Working with the mental health crisis in children and young people

Music and the arts should be a core part of the school curriculum, along with nurturing play and the sense of wonder and creativity which children so naturally possess

Incessant testing and our unquenchable desire for outcomes data threaten the creativity, health and well-being of our children.  Drawing by Ilona Brinton

Nearly every day I hear or read examples of how school children are suffering from the stress of pressurised schooling and high stakes testing, leading to mental health problems. Just recently I heard another personal account, a teenage daughter suffering panic attacks and near mental breakdown from the pressure and stress at school for top marks on A-levels, finally having to take a year out. Natasha Devon, former government mental health tsar, noted that exam pressure, the one thing government would have direct control of (and stipulates having), was a major factor in pupils’ mental health difficulties, yet she was ignored and ultimately fired. The government green paper on addressing mental problems in schools didn’t even mention exams…

Just as often, I hear about how beneficial music and the arts are for children’s health and well-being, even more so if the arts and activity are integrated into all subjects, such as demonstrated in the Turnaround Arts programme in the USA. In those schools (now totalling 84 and increasing) children were not only happier and with less behavioural problems but also – get this – through the integration of the arts improved their scores in maths and literacy! “We found a growing body of research to support positive educational outcomes associated with arts-rich schools…” their founding report notes. The children have the bonus of not only greater creativity in the arts but they are also more creative thinkers. Here’s a link:

Yet school funding and curriculum cuts are consistently in the arts, as league tables and government assessment of school performance are based on primarily on literacy and numeracy test scores. Nevertheless OFSTED in the recent past has had the gall to turn around and tell teachers, they shouldn’t be emphasising learning for the test in their classes. Most teachers know that’s not the right approach, but they are forced into it by government policies on curriculum and funding based on test results.

Just recently there was an article entitled: ‘Myleene Klass: cuts to school music lessons are ‘a travesty – Musician and TV presenter says music should be valued in education as a core subject’. Here is the link:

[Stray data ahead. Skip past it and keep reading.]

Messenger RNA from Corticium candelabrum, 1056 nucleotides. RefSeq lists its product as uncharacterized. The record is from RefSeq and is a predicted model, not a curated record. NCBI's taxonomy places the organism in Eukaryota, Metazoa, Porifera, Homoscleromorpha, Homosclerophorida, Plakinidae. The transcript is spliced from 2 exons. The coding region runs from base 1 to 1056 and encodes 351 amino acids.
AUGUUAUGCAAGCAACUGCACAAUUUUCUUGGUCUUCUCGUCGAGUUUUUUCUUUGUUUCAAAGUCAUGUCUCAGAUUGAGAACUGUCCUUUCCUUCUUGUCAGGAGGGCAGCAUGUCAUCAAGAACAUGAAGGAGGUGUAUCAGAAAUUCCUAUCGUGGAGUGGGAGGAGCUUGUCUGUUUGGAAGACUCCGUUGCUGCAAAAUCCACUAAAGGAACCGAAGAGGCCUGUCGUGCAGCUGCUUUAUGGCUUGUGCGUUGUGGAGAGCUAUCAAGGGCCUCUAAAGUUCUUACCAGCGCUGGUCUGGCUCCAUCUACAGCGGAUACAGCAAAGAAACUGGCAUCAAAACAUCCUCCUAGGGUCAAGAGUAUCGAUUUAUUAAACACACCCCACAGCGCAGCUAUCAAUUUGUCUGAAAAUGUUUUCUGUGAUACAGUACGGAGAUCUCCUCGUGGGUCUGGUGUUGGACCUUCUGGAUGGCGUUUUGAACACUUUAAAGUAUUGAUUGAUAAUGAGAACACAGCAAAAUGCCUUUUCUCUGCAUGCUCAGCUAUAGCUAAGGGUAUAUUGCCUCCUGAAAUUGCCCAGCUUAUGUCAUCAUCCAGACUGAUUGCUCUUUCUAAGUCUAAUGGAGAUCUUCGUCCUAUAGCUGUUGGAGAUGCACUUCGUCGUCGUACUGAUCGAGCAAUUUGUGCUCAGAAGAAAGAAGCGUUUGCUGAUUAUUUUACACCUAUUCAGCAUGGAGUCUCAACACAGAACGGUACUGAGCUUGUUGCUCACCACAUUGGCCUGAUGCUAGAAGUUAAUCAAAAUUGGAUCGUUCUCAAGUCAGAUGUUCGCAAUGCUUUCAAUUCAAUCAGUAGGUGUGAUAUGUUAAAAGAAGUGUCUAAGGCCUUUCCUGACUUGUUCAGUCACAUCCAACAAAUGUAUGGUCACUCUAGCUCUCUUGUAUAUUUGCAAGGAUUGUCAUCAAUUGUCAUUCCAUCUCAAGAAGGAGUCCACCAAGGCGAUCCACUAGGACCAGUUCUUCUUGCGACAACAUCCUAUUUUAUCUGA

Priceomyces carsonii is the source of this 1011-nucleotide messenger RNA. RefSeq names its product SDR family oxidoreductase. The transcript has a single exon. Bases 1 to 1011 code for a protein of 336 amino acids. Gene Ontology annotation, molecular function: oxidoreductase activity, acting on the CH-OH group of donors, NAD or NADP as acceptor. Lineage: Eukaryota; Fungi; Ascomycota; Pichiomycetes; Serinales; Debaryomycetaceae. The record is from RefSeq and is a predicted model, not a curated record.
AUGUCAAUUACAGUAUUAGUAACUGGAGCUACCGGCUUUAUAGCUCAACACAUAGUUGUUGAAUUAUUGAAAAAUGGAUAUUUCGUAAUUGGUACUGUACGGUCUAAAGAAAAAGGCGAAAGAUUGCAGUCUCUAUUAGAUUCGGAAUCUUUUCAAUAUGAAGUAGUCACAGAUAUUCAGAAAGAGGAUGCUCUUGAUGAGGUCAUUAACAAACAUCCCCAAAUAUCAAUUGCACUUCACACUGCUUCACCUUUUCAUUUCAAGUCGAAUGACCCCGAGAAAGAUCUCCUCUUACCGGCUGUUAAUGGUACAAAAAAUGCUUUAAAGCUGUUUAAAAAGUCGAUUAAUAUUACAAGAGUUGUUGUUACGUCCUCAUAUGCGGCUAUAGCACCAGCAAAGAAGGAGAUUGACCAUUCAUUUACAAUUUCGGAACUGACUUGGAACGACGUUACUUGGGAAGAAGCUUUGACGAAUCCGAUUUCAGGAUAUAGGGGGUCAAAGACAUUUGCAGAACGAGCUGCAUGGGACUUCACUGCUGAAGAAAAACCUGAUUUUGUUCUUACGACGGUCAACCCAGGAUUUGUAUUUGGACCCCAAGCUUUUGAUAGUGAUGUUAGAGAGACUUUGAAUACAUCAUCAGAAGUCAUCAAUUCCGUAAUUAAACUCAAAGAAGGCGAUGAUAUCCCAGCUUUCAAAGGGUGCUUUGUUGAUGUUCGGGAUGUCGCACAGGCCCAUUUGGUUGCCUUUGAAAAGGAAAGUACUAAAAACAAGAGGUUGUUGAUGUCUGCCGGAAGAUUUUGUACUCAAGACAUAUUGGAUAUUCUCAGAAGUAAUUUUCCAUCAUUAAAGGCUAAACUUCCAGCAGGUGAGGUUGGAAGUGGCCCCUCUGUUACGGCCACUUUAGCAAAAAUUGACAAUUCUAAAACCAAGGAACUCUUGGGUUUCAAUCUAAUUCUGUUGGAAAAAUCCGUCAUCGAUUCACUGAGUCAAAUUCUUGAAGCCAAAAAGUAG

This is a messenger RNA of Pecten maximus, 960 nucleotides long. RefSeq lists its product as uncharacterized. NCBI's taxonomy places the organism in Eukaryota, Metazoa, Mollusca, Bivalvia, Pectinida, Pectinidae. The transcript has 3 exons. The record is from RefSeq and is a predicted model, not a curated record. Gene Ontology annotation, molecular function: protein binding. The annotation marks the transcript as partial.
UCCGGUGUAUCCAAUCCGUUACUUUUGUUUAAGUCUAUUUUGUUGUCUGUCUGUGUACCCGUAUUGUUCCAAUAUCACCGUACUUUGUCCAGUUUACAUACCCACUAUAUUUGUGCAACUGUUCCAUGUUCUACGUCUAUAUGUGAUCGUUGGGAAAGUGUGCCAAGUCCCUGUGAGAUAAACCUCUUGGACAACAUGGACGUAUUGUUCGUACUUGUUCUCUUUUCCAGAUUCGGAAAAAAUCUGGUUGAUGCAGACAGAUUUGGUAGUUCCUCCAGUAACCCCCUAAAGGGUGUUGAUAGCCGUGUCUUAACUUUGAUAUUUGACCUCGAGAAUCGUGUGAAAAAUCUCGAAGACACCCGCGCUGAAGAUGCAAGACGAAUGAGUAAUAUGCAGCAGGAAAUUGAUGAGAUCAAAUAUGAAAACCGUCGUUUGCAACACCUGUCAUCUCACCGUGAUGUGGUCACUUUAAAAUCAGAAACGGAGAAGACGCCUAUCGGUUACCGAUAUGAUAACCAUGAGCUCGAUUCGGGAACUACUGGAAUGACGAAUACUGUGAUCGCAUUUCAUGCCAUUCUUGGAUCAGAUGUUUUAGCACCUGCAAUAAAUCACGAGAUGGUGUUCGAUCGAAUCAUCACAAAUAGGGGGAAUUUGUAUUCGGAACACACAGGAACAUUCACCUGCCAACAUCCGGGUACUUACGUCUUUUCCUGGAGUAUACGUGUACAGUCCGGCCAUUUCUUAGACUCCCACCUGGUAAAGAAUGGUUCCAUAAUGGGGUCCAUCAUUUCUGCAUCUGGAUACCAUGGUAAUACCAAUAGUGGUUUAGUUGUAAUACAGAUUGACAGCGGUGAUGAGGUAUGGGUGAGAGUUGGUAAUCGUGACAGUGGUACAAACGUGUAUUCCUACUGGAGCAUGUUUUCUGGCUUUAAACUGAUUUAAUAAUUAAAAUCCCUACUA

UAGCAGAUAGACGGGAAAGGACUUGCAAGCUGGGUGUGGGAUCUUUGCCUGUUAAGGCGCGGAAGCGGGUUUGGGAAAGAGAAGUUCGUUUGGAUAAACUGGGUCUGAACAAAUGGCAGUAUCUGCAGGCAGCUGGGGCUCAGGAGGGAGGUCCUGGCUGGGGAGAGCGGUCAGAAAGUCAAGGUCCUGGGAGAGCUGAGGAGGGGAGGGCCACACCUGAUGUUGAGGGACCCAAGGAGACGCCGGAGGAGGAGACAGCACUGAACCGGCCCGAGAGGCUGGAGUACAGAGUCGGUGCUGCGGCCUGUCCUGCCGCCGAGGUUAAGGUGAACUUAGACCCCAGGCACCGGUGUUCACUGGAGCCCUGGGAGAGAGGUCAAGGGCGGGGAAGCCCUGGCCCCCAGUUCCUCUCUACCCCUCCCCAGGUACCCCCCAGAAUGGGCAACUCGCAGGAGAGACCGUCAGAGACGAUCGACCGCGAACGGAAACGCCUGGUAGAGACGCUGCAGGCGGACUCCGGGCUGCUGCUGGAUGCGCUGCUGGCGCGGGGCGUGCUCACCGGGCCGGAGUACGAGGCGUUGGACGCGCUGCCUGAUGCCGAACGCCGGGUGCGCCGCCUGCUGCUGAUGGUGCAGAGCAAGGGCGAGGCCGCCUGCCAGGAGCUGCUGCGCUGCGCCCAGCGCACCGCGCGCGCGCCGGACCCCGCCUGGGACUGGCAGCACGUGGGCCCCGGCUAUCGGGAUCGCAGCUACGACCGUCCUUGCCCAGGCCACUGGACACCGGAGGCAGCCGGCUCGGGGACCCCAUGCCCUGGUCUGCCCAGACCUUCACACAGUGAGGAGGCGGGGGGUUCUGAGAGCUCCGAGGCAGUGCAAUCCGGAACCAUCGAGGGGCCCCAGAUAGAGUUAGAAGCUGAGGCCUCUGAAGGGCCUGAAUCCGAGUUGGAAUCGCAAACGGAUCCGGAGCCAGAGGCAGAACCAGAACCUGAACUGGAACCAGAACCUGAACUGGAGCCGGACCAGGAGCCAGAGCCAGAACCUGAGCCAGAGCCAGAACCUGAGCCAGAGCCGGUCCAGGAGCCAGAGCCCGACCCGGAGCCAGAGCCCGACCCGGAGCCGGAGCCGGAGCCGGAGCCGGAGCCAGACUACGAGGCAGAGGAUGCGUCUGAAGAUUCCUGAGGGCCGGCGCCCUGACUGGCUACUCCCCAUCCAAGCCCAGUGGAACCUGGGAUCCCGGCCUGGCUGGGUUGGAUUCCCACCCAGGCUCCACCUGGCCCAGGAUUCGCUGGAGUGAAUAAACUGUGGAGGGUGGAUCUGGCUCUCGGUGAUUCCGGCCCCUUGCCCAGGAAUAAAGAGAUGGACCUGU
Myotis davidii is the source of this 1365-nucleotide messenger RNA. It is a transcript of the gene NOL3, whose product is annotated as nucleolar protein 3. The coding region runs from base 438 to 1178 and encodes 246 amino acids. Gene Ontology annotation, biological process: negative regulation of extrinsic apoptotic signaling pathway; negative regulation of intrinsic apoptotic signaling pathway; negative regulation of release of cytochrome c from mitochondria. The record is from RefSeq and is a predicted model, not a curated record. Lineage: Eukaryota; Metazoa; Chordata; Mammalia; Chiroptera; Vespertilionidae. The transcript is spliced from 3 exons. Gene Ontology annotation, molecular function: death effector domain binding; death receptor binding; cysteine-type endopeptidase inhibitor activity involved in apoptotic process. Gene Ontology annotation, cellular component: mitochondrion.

Or another similar article: ‘Top musicians unite in call for all pupils to have the right to learn an instrument’, and the link:

A recent refreshing bit of news just recently was the announcement by Andria Zafirakou that she is using her $1million global teacher prize for setting up a charity for promoting artists and art in schools. ‘She said subjects such as art, music and drama were being squeezed out of the curriculum at a time when they had never been more important. “They’re not only essential for personal growth and self-understanding but they also teach young people to think creatively, learn to communicate effectively and build resilience…” See article:

The government is basing their policies still on carrot-and-stick Victorian age thinking, based on economic industrial models (“Education is for the economy”, said Gordon Brown), not on the needs of children, and schools and teachers are largely forced to follow suit. It is upside down thinking. It is not how you inspire young minds to learn. And the children are suffering – it doesn’t take a specialist to observe that, just open ears and minds. Quite likely many of us have seen and heard it with our own kids. They are not an exception; there is not anything wrong with our children. It is the pressure we put them under, sometimes we as parents included. Urgent change is needed in teh educational system, if we value the future well-being of our children.

There are naturally many factors coming together in the huge rise in children’s and young people’s mental health problems that we are witnessing. Much attention has been given to social media, how the developers of these technologies know better and keep their children away from them until at least 14 years of age – then with the other hand try to sell them to as young children as possible! There is a lot of unethical activity in the commercialisation of childhood.

It also has to do with schooling in other aspects, for example what we do with our children in the early years.